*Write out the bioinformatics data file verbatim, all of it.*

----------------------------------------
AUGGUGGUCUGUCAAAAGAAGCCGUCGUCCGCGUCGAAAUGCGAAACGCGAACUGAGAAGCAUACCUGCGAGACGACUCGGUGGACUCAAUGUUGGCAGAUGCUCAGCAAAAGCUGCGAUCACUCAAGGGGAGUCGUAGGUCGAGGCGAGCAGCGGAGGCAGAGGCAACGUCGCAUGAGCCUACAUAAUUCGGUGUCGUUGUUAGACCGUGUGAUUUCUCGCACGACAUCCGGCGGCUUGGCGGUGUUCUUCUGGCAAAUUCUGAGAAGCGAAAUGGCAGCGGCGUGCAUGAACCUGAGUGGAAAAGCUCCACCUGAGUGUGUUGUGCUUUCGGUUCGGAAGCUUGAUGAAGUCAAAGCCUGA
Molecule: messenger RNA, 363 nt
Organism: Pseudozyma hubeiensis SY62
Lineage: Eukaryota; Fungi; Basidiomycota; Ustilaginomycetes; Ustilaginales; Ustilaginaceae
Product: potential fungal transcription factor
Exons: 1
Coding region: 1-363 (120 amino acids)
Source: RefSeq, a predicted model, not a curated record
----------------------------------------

AUGGUGGUCUGUCAAAAGAAGCCGUCGUCCGCGUCGAAAUGCGAAACGCGAACUGAGAAGCAUACCUGCGAGACGACUCGGUGGACUCAAUGUUGGCAGAUGCUCAGCAAAAGCUGCGAUCACUCAAGGGGAGUCGUAGGUCGAGGCGAGCAGCGGAGGCAGAGGCAACGUCGCAUGAGCCUACAUAAUUCGGUGUCGUUGUUAGACCGUGUGAUUUCUCGCACGACAUCCGGCGGCUUGGCGGUGUUCUUCUGGCAAAUUCUGAGAAGCGAAAUGGCAGCGGCGUGCAUGAACCUGAGUGGAAAAGCUCCACCUGAGUGUGUUGUGCUUUCGGUUCGGAAGCUUGAUGAAGUCAAAGCCUGA
Molecule: messenger RNA, 363 nt
Organism: Pseudozyma hubeiensis SY62
Lineage: Eukaryota; Fungi; Basidiomycota; Ustilaginomycetes; Ustilaginales; Ustilaginaceae
Product: potential fungal transcription factor
Exons: 1
Coding region: 1-363 (120 amino acids)
Source: RefSeq, a predicted model, not a curated record